Extreme cavity expansion in soft solids: Damage without fracture

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Science Advances  27 Mar 2020:
Vol. 6, no. 13, eaaz0418
DOI: 10.1126/sciadv.aaz0418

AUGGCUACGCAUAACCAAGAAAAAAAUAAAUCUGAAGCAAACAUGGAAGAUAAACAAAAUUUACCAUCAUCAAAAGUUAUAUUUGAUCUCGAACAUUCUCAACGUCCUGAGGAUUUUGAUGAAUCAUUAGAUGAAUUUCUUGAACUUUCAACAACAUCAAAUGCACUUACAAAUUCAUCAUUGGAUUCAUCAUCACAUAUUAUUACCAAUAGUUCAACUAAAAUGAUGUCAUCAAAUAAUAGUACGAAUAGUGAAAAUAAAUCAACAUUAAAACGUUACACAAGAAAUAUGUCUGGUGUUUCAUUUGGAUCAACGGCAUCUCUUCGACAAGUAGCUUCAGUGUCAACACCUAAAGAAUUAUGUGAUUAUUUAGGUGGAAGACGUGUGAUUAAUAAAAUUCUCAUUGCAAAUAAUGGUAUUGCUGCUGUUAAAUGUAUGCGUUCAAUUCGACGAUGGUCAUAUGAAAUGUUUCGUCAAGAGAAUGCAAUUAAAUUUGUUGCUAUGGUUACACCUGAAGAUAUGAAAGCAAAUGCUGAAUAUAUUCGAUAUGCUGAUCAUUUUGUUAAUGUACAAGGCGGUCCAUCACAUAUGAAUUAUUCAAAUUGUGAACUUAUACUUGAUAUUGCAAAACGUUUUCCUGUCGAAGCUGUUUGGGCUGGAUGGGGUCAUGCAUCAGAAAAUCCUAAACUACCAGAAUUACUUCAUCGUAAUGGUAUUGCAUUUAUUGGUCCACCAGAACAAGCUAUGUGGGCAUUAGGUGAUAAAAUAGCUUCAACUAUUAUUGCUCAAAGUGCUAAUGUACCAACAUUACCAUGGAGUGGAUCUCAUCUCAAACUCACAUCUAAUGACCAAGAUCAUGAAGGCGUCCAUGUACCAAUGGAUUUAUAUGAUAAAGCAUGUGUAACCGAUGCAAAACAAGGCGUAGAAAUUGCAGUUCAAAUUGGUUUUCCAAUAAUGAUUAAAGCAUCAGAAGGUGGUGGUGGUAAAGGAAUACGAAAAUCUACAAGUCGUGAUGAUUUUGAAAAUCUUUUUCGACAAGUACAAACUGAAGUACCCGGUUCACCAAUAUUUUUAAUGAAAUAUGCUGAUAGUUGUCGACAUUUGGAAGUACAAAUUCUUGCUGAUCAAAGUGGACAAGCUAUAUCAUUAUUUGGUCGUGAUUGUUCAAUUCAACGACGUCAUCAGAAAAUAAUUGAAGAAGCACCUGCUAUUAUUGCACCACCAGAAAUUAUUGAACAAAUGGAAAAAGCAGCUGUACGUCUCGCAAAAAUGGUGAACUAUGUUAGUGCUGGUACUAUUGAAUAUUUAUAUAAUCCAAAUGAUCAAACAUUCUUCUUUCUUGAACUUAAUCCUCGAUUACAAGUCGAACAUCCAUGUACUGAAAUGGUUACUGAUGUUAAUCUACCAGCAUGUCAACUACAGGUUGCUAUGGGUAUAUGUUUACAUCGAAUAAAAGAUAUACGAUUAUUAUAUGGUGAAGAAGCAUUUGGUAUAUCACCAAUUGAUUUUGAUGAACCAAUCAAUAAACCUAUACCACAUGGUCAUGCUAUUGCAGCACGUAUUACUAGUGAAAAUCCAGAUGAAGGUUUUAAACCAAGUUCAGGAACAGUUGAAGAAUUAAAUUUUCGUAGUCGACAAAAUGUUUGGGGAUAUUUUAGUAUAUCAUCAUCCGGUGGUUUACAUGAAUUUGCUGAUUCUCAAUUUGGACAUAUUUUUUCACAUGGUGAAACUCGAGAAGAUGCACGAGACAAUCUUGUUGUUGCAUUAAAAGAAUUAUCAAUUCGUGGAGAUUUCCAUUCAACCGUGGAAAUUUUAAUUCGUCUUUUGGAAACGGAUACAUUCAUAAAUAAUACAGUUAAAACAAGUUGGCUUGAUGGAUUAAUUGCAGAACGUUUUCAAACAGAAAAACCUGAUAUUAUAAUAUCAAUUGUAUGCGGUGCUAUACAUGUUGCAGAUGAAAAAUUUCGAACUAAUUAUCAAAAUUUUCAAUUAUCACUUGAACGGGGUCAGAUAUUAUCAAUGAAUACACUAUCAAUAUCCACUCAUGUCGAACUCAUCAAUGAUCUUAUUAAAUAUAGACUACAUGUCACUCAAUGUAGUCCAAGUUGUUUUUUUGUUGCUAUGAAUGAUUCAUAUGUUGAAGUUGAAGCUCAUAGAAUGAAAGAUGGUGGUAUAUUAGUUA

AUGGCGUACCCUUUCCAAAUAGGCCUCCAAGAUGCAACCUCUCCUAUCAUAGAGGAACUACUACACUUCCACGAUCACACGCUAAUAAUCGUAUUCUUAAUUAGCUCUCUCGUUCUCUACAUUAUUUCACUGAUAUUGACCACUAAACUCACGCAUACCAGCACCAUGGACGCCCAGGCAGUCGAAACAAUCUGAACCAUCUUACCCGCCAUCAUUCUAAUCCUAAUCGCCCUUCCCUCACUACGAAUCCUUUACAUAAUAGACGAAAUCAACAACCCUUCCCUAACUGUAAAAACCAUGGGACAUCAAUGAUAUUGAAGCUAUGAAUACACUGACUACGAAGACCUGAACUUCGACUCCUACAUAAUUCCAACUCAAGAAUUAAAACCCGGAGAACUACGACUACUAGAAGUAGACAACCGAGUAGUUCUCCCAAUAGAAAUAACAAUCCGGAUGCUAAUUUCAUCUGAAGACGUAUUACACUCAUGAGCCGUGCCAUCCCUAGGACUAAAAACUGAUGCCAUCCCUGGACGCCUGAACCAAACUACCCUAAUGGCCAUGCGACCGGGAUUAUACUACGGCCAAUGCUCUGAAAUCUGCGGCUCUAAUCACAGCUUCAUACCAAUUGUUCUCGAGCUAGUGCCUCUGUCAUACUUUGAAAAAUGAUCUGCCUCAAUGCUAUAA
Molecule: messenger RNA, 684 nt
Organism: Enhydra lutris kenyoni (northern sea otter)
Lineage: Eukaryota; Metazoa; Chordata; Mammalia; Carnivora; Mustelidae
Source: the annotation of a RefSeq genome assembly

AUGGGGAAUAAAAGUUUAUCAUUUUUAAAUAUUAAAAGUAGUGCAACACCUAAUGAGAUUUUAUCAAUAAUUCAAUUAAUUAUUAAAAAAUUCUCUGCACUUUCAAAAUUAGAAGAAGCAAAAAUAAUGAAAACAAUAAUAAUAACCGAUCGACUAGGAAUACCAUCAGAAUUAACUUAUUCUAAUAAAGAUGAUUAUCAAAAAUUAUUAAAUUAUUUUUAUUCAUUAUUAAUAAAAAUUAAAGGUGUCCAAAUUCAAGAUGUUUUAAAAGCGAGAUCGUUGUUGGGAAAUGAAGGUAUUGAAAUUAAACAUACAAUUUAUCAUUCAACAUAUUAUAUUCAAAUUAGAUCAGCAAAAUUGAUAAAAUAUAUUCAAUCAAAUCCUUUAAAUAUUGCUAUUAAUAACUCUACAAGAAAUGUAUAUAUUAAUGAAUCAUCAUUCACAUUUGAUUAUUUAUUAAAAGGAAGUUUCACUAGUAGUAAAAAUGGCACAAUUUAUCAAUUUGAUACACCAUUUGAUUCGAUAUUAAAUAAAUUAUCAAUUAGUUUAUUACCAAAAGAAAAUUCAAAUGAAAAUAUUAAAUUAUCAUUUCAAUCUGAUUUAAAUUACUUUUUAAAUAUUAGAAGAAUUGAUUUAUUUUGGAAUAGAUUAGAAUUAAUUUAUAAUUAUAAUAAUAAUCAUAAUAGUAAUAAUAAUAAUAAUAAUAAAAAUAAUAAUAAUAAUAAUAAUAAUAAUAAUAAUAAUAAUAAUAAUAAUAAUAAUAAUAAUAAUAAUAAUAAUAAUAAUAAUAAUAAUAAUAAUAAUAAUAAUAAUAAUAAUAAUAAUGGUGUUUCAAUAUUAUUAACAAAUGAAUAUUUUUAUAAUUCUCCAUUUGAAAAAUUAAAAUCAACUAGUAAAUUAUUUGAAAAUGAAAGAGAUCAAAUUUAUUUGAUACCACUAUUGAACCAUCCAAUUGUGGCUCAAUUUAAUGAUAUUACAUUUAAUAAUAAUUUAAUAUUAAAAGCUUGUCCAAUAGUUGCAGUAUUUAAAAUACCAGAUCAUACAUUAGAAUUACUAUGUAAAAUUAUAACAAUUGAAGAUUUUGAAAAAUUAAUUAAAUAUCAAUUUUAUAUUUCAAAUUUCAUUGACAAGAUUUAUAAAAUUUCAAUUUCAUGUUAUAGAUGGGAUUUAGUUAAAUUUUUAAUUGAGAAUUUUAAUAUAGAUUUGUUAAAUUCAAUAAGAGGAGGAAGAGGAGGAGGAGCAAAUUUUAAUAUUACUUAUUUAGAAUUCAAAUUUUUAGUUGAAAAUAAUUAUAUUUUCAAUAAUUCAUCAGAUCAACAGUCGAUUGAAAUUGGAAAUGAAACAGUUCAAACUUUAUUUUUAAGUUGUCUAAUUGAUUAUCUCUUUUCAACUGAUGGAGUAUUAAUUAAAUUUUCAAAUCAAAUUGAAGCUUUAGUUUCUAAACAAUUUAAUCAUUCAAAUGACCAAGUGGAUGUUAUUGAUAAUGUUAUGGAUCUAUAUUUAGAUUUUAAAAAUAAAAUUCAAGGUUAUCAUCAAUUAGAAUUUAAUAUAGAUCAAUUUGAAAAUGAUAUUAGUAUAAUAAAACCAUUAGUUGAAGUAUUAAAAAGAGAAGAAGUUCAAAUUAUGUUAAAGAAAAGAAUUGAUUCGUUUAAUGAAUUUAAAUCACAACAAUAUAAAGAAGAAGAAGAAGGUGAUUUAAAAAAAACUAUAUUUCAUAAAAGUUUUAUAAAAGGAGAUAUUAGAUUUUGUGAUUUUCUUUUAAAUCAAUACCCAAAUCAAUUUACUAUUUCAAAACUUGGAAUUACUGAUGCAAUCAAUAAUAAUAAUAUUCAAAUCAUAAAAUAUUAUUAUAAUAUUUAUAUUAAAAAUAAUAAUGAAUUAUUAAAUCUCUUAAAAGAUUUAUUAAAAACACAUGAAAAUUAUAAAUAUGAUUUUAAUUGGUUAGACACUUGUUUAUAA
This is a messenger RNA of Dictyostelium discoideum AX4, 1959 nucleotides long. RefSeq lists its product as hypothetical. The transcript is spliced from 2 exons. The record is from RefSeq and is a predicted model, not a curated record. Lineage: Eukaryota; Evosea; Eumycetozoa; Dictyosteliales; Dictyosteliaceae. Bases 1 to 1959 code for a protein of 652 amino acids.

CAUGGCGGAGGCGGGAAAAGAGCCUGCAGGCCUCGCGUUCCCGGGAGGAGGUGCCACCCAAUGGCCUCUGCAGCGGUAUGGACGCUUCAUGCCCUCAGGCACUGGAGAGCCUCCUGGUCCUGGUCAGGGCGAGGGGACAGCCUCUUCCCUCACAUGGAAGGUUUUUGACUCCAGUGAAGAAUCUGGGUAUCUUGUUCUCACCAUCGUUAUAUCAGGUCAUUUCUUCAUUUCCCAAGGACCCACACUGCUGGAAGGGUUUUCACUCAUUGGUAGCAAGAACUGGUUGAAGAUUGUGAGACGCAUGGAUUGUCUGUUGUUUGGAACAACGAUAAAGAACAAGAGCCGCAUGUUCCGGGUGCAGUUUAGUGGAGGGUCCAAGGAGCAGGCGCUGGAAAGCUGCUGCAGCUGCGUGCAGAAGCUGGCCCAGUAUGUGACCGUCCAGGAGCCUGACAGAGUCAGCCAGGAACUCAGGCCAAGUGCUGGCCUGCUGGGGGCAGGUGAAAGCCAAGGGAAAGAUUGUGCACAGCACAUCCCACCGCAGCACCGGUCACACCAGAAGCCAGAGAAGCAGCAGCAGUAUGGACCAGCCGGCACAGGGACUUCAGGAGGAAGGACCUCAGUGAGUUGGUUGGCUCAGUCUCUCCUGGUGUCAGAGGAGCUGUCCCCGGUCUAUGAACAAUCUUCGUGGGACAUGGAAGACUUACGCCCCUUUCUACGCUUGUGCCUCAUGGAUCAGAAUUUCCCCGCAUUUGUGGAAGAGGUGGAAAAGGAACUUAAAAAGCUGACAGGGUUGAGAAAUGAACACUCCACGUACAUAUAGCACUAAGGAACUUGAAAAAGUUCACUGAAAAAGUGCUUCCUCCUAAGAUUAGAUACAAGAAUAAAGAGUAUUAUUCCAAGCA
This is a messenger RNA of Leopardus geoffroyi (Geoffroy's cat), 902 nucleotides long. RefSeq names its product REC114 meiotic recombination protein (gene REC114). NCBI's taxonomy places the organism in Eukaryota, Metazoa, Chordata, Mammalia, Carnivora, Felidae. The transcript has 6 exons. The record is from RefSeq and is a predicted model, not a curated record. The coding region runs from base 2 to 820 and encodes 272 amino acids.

Cavitation is a common damage mechanism in soft solids. Here, we study this using a phase separation technique in stretched, elastic solids to controllably nucleate and grow small cavities by several orders of magnitude. The ability to make stable cavities of different sizes, as well as the huge range of accessible strains, allows us to systematically study the early stages of cavity expansion. Cavities grow in a scale-free manner, accompanied by irreversible bond breakage that is distributed around the growing cavity rather than being localized to a crack tip. Furthermore, cavities appear to grow at constant driving pressure. This has strong analogies with the plasticity that occurs surrounding a growing void in ductile metals. In particular, we find that, although elastomers are normally considered as brittle materials, small-scale cavity expansion is more like a ductile process. Our results have broad implications for understanding and controlling failure in soft solids.

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